Marine & Environmental Sciences Faculty Articles

Cetacean-mediated vertical nitrogen transport in the oceanic realm



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Limnology and Oceanography



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In natural systems, animal-mediated nutrient transport can be a major driver of primary productivity, but the role of marine megafauna such as cetaceans in mediating the transfer and recycling of nutrients has been overlooked. Here, we developed a spatially resolved, stochastic, nutrient-transport model for cetaceans in the oceanic Gulf of Mexico using species−specific foraging depths, distributions, and diets. An estimated 6.4 × 108 mmol N d−1, or 0.06 mt N yr−1 ind−1, is transported to the surface from depths below 100 m by the 19 cetacean species that occur in the oceanic Gulf of Mexico; 75% of this transport occurs seaward of the continental slope, but the per area transported nitrogen is greater on the continental slope (200–1000 m) than in the ocean basin. Benthos to surface transport comprised 6.0 × 107 mmol N d−1 and was much more common on the continental slope than the open basin. Compared to an existing physical-biogeochemical model, the transported nutrients add 8% N d−1 to the estimated ammonium concentration above the nutricline and could add 16% N d−1 to the surface ammonium concentration if expelled nutrients remain at the surface. Through feeding on diel vertical migrants, cetaceans retain an additional 2.7 × 107 mmol N d−1 in the surface waters that would otherwise return to depth via downward diel vertical migration. Cetaceans contribute to nutrient movements and recycling in the oceanic Gulf of Mexico, and may provide one of the few allochthonous sources of nutrients for primary producers in oligotrophic ecosystems.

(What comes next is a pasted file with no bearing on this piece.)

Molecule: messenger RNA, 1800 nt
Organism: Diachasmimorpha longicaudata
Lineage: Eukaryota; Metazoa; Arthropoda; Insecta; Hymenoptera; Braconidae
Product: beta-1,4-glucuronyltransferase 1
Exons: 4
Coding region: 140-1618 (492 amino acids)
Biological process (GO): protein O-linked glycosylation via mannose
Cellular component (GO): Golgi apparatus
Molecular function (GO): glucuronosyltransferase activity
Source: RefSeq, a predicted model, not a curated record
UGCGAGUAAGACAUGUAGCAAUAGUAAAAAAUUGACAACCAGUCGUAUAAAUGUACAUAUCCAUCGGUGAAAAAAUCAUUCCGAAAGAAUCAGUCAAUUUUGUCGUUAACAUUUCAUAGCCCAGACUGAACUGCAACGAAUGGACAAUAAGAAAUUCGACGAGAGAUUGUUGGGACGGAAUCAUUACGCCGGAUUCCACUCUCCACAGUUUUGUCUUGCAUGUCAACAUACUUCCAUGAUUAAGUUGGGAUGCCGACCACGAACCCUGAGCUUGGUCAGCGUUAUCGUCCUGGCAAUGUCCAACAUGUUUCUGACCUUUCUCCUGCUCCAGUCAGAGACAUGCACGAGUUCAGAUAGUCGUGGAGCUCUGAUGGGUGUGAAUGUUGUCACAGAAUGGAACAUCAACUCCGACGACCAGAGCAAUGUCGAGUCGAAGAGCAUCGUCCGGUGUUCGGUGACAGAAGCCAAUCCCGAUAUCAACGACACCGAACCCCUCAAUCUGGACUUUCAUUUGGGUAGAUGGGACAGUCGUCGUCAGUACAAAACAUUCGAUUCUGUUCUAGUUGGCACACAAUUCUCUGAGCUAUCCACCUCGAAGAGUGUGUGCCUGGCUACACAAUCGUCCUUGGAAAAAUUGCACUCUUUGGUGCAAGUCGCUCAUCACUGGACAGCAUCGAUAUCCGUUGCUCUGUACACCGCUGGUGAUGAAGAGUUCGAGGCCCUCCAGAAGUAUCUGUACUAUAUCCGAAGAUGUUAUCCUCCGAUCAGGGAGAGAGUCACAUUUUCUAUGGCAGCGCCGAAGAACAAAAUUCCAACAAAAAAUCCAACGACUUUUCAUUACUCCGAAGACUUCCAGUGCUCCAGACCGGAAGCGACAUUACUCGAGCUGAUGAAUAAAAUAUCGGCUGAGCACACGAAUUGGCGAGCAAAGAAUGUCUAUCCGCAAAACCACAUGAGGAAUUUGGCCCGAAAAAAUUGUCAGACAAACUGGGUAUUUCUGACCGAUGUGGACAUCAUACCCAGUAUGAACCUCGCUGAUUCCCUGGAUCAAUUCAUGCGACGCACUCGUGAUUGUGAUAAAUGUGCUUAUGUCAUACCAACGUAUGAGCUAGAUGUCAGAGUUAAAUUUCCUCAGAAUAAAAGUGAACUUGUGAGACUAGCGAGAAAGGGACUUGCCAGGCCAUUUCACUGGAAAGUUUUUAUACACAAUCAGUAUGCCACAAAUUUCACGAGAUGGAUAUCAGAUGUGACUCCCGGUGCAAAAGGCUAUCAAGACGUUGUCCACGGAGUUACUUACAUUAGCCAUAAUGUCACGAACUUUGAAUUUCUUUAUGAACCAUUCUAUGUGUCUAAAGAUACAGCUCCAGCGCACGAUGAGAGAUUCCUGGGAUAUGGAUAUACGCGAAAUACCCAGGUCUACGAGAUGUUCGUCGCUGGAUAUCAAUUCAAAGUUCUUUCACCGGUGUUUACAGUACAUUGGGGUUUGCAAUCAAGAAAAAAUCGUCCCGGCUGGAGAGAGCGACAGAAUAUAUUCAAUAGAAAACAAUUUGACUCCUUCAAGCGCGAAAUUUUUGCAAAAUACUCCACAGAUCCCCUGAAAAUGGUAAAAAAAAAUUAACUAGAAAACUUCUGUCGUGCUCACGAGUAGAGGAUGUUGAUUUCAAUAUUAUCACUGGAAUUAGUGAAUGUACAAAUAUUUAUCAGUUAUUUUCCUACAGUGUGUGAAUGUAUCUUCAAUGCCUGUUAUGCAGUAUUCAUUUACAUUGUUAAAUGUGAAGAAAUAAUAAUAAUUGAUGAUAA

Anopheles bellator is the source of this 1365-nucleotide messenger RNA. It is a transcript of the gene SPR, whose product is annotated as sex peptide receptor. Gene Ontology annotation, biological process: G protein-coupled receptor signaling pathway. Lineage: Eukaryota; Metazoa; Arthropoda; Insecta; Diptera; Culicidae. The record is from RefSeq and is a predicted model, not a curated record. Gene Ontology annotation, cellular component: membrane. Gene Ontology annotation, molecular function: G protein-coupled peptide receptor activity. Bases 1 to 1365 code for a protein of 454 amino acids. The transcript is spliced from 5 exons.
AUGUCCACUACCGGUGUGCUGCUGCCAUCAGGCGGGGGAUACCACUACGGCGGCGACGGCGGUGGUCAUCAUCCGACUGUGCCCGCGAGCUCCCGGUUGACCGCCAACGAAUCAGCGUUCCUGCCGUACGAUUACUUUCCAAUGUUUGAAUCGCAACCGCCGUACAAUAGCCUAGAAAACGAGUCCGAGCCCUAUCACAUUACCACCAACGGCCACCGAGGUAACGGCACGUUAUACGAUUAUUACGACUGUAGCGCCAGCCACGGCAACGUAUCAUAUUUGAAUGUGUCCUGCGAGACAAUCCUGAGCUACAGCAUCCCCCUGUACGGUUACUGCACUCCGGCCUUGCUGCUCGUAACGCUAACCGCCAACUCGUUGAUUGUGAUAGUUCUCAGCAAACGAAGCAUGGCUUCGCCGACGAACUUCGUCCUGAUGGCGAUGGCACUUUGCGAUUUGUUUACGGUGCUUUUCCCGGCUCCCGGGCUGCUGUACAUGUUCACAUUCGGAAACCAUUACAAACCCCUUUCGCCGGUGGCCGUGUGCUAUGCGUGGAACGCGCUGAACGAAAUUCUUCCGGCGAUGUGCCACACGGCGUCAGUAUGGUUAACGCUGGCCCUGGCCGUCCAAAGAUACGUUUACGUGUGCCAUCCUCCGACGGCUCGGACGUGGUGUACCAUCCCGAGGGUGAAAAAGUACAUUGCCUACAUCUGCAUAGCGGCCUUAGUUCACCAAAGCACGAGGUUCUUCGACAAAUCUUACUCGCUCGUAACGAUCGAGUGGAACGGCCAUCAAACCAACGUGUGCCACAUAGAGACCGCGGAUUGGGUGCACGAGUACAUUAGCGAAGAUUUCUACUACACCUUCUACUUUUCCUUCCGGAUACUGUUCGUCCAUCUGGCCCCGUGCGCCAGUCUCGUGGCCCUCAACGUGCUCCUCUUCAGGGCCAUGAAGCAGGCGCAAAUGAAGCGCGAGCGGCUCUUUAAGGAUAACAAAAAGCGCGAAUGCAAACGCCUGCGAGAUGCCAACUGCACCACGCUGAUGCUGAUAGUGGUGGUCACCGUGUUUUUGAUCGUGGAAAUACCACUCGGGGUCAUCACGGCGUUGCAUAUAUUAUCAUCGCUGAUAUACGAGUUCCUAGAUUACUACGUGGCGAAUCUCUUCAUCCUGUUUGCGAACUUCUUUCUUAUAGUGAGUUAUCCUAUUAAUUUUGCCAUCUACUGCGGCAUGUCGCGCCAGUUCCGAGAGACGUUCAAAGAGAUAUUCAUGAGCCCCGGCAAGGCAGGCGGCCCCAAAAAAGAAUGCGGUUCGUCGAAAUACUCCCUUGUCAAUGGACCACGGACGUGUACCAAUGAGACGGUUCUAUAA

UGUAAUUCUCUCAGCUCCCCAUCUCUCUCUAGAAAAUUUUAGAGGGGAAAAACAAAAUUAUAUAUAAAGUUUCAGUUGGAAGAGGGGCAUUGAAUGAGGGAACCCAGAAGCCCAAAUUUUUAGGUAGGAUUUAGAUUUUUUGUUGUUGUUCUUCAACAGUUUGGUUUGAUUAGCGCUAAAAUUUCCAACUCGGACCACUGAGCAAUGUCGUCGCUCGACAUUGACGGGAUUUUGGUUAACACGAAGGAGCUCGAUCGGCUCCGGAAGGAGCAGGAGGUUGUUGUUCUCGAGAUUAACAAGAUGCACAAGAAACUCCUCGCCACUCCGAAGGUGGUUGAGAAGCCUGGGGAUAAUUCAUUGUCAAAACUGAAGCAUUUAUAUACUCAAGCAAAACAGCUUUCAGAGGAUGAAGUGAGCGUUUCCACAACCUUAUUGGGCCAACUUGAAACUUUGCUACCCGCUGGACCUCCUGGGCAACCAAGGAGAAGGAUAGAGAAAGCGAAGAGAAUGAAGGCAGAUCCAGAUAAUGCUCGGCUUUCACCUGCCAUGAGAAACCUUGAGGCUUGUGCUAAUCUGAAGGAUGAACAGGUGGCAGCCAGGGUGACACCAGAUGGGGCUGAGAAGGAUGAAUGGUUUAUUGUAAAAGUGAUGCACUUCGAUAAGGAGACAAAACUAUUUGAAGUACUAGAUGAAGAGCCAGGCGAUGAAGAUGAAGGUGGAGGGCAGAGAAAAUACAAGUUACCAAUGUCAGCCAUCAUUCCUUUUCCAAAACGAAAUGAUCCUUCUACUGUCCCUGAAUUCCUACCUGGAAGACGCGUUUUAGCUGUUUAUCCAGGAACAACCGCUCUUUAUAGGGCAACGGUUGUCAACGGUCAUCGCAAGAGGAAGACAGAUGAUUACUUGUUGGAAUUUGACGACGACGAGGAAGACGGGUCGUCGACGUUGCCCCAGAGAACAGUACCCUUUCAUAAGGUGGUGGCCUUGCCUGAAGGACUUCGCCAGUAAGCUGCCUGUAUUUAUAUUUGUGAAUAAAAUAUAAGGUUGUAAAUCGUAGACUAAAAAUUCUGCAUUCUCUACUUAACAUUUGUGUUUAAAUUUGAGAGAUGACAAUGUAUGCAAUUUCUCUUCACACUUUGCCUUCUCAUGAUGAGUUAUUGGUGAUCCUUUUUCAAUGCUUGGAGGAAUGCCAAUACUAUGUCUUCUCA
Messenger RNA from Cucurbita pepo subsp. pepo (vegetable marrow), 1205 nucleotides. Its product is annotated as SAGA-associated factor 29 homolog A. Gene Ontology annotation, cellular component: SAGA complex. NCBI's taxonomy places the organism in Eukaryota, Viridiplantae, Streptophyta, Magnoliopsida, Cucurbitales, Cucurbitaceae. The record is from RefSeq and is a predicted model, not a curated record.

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This article is a result of research funded by the NationalOceanic and Atmospheric Administration’s RESTORE Science Programunder award NA19NOS4510193 to Nova Southeastern University andThe Gulf of Mexico Research Initiative. We acknowledge CIGoMand PEMX’s for funding the development of the MaxEnt models used inthis study. This is contribution #1613 from the Institute of Environment atFlorida International University. This manuscript was in part supportedthrough thefinancial support of a Florida International University ProvostEmployer Supported Tuition Fellowship.

© 2023 Association for the Sciences of Limnology and Oceanography.

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